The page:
“Reducing the risk to supply chains” – How pharmaceutical manufacturers can confront complex supply challenges with digital transformation
SummaryThe pace at which pharmaceutical manufacturers have embraced digitalisation has accelerated over the past two years with many adopting Pharma 4.0 principles in line with the urgent need to drive speed to market and be ready for demand spikes through the pandemic and beyond.
- Author Company: AspenTech
- Author Name: Kelly Doering
- Author Website: https://www.aspentech.com/
The pace at which pharmaceutical manufacturers have embraced digitalisation has accelerated over the past two years with many adopting Pharma 4.0 principles in line with the urgent need to drive speed to market and be ready for demand spikes through the pandemic and beyond. The rate at which Covid-19 vaccines were developed and manufactured has been impressive thanks to the innovative ways pharmaceutical enterprises and medical bodies, across private and public sectors, have been able to work together. The sector, which has traditionally been slower to embrace new ways of working will never be the same again, especially as there are now higher expectations.
The much-heralded success of the vaccine roll-out has certainly put a premium on speed to market for high efficacy pharma products and this is set to remain a top business goal. To achieve this aim, organisations will have to proactively and efficiently manage their suppliers and contract partners, while producing drugs consistently, efficiently, safely and profitably, across product lines and in all market conditions.
Delivering may not be easy, as the industry looks to navigate the shift towards personalised medicine, the increase in complex modalities and biologics. In parallel, there will always be the need to secure reliable and agile suppliers..
A focus on the supply chain will continue to be important. Delays and bottlenecks within the chain, or if a regulatory or quality issue such as with raw materials occurs, invariably requires pharmaceutical manufacturers to look for a secondary source. This can be challenging, particularly when short notice is given, adding a significant level of risk to supply chain operations.
Layer this with the inevitable issues such as the failure of manufacturing equipment, or the inefficient use of asset utilisation, while simultaneously dealing with ever-increasing pressure to quickly bring products to market to meet growing demands and the challenges start to mount.
The president of leading Life-Science analyst and strategic advisory firm Axendia, Daniel R Matlis said: “The path forward in an ever-changing world calls for pharma manufacturers to fuel their digital transformation journeys with a holistic approach that optimises outcomes across the pharma Value Network.”
No doubt this approach will shape the future of the pharmaceutical sector by allowing pharma enterprises and their partners to work together to meet market demands, manage the increasing complexity of supply chain processes and prosper in market conditions with consistent pressure to deliver products at lower costs. The result will be predictable and profitable performance.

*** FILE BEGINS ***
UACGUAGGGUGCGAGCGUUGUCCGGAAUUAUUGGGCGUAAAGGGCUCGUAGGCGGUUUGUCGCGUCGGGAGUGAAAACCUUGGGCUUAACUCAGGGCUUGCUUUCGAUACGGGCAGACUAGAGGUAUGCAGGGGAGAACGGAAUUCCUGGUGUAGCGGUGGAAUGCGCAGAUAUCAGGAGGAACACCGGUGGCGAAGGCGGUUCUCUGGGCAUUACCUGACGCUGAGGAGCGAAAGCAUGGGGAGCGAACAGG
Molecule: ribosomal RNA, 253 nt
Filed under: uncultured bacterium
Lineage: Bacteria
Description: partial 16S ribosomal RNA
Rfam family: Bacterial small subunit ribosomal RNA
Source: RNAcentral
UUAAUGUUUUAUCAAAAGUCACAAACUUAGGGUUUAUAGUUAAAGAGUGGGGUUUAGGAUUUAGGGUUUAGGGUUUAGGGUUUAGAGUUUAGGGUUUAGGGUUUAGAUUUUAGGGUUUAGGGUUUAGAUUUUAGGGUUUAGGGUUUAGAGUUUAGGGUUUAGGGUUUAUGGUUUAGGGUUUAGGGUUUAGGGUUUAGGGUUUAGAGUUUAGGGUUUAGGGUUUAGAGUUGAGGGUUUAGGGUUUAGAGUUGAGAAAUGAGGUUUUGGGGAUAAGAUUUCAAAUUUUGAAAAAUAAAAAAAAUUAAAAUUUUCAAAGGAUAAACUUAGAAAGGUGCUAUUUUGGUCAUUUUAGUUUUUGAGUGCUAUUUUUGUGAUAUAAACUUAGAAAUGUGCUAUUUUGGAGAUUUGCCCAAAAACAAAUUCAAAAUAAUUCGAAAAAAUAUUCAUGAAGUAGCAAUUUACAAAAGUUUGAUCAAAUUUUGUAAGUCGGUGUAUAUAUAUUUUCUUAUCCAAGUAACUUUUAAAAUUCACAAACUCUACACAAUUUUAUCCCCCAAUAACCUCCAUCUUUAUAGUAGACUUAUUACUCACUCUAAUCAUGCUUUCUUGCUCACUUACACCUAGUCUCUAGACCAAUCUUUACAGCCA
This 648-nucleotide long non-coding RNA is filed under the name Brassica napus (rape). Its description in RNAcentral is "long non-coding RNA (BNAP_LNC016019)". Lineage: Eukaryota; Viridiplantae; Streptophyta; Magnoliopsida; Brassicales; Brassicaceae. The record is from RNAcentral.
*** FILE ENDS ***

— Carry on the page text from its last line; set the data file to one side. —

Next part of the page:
The new pharma Value Network
The pharma Value Network, (a phrase coined by Axendia), encapsulates the idea that the traditional linear supply chain is evolving to becomea resilient network. The modernised Value Network enables optimisation across every decision point, from research and development through to manufacturing and distribution to consumers, essentially de-risking the supply chain, and offering opportunities to lower costs, preserve value and help patients.
In this approach, each pharmaceutical manufacturer digitally connects with their business partners across production, distribution and delivery, really harnessing the power of data accessibility. With end-to-end data access and visibility in place, there is a greater opportunity to analyse, monitor and optimise processes using industrial artificial intelligence and integrated software solutions. Pharmaceutical companies will have a greater ability to improve their results at every single stage of the production process, delivering an impact greater than the sum of its parts.
“Life-Science companies that leverage a unified, modern platform that improves product quality and business outcomes will also become part of a pharma Value Network that offers unmatched advantages for ensuring the security, safety and supply of high-quality products,” states Matlis.
Looking ahead, the challenge of improving feedback loops, measuring results with more complete data and tying results to real-world impact must be addressed and handled seamlessly. The efficacy of therapies will be assessed using richer contextual data by augmenting clinical trial data with real-world data.
Taking the right path
Optimising the manufacture and distribution of products across the pharma value chain network using an interconnected and holistic approach to digital transformation represents the right path forward in an ever-changing world. By using this approach to harnesses the power of enabling digital technologies, the security of the supply and delivery of medicines to the patients that need them will be ensured.